Kenya: Investing in EducationThis month our country of focus is Kenya, where World Vision’s Strong Women, Strong World initiative is coming alongside communities to raise awareness of children’s rights, create environments that protect children, and build and strengthen the capacity of local organizations that respond to abuse so children suffering harm are supported. World Vision is increasing children’s access to an education—opening doors of opportunity for them, and providing an alternative to FGM, early marriage, and child labor. The following story was contributed by Susan Anyangu Amu, World Vision.
World Vision’s intervention in education in Mashuru is transforming the lives of children. Kakini Tatek, a registered child at Thomas Fish Secondary School, recounts how World Vision’s support has transformed her school, giving hope to the students that they can excel academically. World Vision also empowers school management committees to better manage their children’s schools for better results.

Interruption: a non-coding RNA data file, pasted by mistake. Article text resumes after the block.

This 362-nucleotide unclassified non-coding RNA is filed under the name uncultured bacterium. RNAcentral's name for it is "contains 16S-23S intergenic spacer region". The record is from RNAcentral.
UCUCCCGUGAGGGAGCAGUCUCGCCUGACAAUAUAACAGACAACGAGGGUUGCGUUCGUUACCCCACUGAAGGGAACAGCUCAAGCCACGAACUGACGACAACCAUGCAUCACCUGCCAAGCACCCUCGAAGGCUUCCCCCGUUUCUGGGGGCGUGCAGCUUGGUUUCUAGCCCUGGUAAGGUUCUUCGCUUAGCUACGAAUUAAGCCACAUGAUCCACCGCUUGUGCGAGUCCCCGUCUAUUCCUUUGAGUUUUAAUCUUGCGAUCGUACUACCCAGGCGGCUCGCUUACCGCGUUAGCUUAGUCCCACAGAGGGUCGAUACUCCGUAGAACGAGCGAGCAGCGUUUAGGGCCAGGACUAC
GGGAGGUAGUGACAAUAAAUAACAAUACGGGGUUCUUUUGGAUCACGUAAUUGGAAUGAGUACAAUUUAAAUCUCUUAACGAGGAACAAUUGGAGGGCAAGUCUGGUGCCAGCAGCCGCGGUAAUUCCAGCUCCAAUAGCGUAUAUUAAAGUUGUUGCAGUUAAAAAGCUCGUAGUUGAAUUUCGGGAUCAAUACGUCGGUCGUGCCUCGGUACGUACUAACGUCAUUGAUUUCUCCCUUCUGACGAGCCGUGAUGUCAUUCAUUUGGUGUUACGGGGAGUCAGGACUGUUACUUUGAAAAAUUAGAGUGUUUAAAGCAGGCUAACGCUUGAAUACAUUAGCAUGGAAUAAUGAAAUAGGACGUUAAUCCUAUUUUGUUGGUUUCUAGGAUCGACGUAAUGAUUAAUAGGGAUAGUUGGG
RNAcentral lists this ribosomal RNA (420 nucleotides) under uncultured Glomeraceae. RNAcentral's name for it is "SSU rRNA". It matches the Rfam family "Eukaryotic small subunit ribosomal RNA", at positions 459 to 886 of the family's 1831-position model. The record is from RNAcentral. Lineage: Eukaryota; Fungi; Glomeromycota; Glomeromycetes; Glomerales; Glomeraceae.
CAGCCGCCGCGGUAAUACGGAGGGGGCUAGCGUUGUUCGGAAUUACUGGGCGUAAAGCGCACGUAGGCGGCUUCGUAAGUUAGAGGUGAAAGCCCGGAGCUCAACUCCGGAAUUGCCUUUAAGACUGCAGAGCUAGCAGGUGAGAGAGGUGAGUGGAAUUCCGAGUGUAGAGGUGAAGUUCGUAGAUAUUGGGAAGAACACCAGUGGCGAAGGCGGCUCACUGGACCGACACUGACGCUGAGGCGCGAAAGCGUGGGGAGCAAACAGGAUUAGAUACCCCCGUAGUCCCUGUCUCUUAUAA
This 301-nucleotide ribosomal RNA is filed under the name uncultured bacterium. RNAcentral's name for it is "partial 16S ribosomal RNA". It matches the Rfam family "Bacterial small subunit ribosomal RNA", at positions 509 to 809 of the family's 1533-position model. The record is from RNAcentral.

“When I joined Thomas Fish Secondary School in 2009, the institution did not have textbooks. We used one book among a group of students and in some subjects only the teacher would have a text book,” says 17-year-old Kakini Tatek.
Textbooks are an essential part of learning because they provide students with an opportunity to refer and revise what has been taught in class. Now, imagine a scenario where the students can only rely on the teacher’s notes. In a country such as Kenya which places great importance on examinations as a determinant of one’s future, the lack of textbooks, almost becomes a verdict of doom for those who have no access.
“It was difficult for us when we did not have access to textbooks, we could not revise for exams or refer for clarity after a lesson. All we had were the teachers’ notes and this was especially difficult if one was not in class or did not understand what had been taught,” Kakini says.
When Kakini joined Thomas Fish Secondary School in 2009, the institution had a serious shortage of essential learning materials including actual buildings to accommodate the students. In fact, the institution had no laboratory.